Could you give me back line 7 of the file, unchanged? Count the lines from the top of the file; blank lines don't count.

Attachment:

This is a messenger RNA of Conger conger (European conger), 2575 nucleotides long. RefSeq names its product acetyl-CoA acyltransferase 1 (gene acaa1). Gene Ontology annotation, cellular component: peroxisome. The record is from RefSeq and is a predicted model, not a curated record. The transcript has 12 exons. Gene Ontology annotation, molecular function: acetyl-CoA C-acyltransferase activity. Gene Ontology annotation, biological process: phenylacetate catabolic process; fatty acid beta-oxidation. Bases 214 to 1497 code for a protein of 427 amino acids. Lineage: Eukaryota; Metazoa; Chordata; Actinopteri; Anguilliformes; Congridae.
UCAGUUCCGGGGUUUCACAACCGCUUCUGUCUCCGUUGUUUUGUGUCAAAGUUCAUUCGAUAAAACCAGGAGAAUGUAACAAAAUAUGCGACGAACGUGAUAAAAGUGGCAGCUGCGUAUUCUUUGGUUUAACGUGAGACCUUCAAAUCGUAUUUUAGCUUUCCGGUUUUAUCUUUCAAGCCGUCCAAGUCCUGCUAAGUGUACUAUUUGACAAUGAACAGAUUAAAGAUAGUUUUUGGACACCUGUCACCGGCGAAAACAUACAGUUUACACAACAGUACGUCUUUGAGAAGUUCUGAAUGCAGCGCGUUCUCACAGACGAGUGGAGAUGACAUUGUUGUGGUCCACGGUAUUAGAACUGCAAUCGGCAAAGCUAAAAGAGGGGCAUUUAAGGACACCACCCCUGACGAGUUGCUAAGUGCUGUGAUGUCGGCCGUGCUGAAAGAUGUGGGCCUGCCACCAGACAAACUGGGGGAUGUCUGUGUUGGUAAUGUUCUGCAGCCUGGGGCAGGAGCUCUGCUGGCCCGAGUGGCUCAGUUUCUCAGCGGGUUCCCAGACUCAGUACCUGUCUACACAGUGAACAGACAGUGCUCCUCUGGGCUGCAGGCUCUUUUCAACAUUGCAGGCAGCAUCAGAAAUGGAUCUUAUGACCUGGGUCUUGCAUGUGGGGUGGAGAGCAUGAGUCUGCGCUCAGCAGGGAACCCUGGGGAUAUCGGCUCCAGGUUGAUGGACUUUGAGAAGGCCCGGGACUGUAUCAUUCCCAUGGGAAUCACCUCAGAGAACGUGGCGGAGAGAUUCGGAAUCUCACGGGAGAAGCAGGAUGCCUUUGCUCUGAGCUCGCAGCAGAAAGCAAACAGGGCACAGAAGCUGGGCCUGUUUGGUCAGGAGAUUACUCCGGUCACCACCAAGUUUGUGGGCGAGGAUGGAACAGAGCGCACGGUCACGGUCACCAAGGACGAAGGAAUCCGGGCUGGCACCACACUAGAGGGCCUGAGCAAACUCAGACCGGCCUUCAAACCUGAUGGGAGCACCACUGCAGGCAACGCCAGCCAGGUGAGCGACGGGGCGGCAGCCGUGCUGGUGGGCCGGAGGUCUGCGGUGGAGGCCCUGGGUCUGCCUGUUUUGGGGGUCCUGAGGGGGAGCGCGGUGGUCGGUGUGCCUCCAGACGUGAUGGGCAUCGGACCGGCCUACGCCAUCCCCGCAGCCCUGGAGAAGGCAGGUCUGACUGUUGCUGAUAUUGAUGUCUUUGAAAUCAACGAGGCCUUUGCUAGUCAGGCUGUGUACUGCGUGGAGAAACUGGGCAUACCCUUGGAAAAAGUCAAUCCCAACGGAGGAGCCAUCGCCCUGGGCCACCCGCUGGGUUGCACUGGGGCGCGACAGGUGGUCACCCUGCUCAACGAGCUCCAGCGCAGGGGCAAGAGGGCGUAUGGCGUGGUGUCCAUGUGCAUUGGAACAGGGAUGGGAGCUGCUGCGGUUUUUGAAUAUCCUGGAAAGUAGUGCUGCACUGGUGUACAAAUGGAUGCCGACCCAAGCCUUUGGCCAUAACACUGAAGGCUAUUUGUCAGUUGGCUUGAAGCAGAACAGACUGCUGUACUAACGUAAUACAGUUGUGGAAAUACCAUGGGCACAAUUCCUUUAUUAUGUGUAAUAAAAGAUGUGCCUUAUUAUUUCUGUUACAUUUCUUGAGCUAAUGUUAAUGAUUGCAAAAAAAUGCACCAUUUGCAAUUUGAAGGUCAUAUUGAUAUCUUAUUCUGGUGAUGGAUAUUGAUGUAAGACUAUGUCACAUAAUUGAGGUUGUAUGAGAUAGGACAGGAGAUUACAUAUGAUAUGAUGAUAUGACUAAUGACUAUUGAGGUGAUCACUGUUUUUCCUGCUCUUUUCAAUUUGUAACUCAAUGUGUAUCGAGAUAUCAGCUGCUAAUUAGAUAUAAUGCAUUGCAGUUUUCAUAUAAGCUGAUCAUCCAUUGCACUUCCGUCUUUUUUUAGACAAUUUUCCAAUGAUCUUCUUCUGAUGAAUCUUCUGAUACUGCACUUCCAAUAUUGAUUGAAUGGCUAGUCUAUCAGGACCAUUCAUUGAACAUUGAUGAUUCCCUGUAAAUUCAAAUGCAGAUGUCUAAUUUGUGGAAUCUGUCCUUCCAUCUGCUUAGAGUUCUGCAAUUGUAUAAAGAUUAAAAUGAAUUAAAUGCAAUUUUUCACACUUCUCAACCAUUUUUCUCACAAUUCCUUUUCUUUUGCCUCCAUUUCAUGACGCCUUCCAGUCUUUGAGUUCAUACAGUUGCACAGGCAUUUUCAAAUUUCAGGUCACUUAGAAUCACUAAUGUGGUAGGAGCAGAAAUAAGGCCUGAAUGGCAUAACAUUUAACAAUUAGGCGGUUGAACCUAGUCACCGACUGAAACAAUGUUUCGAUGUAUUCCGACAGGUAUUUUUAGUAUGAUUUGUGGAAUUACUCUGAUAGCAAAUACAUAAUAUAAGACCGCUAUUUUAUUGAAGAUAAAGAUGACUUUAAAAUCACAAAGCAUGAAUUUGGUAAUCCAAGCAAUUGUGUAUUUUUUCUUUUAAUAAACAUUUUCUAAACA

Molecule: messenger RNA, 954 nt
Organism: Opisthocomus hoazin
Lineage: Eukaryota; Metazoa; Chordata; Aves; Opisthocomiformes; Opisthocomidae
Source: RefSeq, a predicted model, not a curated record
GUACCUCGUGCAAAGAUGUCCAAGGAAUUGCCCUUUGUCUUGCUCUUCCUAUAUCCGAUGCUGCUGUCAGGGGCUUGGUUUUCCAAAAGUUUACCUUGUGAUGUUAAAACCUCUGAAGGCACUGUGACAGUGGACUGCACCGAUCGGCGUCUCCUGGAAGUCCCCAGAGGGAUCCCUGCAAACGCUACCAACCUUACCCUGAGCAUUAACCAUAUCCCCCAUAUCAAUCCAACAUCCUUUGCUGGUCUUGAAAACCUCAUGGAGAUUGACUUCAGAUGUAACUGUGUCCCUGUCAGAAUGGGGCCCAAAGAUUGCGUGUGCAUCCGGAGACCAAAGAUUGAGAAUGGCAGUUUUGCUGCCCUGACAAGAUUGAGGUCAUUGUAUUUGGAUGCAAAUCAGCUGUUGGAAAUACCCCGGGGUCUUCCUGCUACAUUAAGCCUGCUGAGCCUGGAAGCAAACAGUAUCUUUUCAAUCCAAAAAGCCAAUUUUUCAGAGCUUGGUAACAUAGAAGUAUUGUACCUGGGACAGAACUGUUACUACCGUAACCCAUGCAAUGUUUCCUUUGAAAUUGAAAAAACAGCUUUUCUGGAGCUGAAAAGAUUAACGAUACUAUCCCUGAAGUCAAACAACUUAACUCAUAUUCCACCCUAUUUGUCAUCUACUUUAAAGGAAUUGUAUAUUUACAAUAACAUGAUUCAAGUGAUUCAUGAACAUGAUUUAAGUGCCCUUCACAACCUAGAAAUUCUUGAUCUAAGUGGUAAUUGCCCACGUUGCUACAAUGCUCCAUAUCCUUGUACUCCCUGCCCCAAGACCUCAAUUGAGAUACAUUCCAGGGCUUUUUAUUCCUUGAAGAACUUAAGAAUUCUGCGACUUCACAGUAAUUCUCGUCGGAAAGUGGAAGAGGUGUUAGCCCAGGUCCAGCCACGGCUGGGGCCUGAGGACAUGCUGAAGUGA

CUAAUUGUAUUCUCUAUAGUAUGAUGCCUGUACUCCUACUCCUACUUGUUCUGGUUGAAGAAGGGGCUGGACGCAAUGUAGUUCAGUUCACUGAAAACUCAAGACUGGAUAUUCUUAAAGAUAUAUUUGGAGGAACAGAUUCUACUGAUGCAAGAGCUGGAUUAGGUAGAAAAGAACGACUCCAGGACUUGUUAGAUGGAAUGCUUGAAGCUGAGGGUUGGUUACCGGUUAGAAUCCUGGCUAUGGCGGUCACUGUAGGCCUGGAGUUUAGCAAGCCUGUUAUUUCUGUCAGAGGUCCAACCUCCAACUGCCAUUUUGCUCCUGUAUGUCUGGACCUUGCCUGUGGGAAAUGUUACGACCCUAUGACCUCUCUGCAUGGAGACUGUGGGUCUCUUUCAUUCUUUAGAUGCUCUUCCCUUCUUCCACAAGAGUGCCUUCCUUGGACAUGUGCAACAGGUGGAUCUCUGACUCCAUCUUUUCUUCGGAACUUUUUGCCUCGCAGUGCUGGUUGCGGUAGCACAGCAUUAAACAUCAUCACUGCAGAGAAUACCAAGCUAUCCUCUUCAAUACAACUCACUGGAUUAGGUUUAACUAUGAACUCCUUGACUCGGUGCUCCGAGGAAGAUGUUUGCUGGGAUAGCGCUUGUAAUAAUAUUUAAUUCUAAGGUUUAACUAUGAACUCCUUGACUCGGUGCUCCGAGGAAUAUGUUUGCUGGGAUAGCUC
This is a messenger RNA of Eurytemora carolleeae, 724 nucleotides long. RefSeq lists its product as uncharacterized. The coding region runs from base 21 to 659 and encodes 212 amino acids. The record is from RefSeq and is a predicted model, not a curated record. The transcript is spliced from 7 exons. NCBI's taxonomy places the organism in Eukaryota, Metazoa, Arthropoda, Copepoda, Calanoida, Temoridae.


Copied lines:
GUACCUCGUGCAAAGAUGUCCAAGGAAUUGCCCUUUGUCUUGCUCUUCCUAUAUCCGAUGCUGCUGUCAGGGGCUUGGUUUUCCAAAAGUUUACCUUGUGAUGUUAAAACCUCUGAAGGCACUGUGACAGUGGACUGCACCGAUCGGCGUCUCCUGGAAGUCCCCAGAGGGAUCCCUGCAAACGCUACCAACCUUACCCUGAGCAUUAACCAUAUCCCCCAUAUCAAUCCAACAUCCUUUGCUGGUCUUGAAAACCUCAUGGAGAUUGACUUCAGAUGUAACUGUGUCCCUGUCAGAAUGGGGCCCAAAGAUUGCGUGUGCAUCCGGAGACCAAAGAUUGAGAAUGGCAGUUUUGCUGCCCUGACAAGAUUGAGGUCAUUGUAUUUGGAUGCAAAUCAGCUGUUGGAAAUACCCCGGGGUCUUCCUGCUACAUUAAGCCUGCUGAGCCUGGAAGCAAACAGUAUCUUUUCAAUCCAAAAAGCCAAUUUUUCAGAGCUUGGUAACAUAGAAGUAUUGUACCUGGGACAGAACUGUUACUACCGUAACCCAUGCAAUGUUUCCUUUGAAAUUGAAAAAACAGCUUUUCUGGAGCUGAAAAGAUUAACGAUACUAUCCCUGAAGUCAAACAACUUAACUCAUAUUCCACCCUAUUUGUCAUCUACUUUAAAGGAAUUGUAUAUUUACAAUAACAUGAUUCAAGUGAUUCAUGAACAUGAUUUAAGUGCCCUUCACAACCUAGAAAUUCUUGAUCUAAGUGGUAAUUGCCCACGUUGCUACAAUGCUCCAUAUCCUUGUACUCCCUGCCCCAAGACCUCAAUUGAGAUACAUUCCAGGGCUUUUUAUUCCUUGAAGAACUUAAGAAUUCUGCGACUUCACAGUAAUUCUCGUCGGAAAGUGGAAGAGGUGUUAGCCCAGGUCCAGCCACGGCUGGGGCCUGAGGACAUGCUGAAGUGA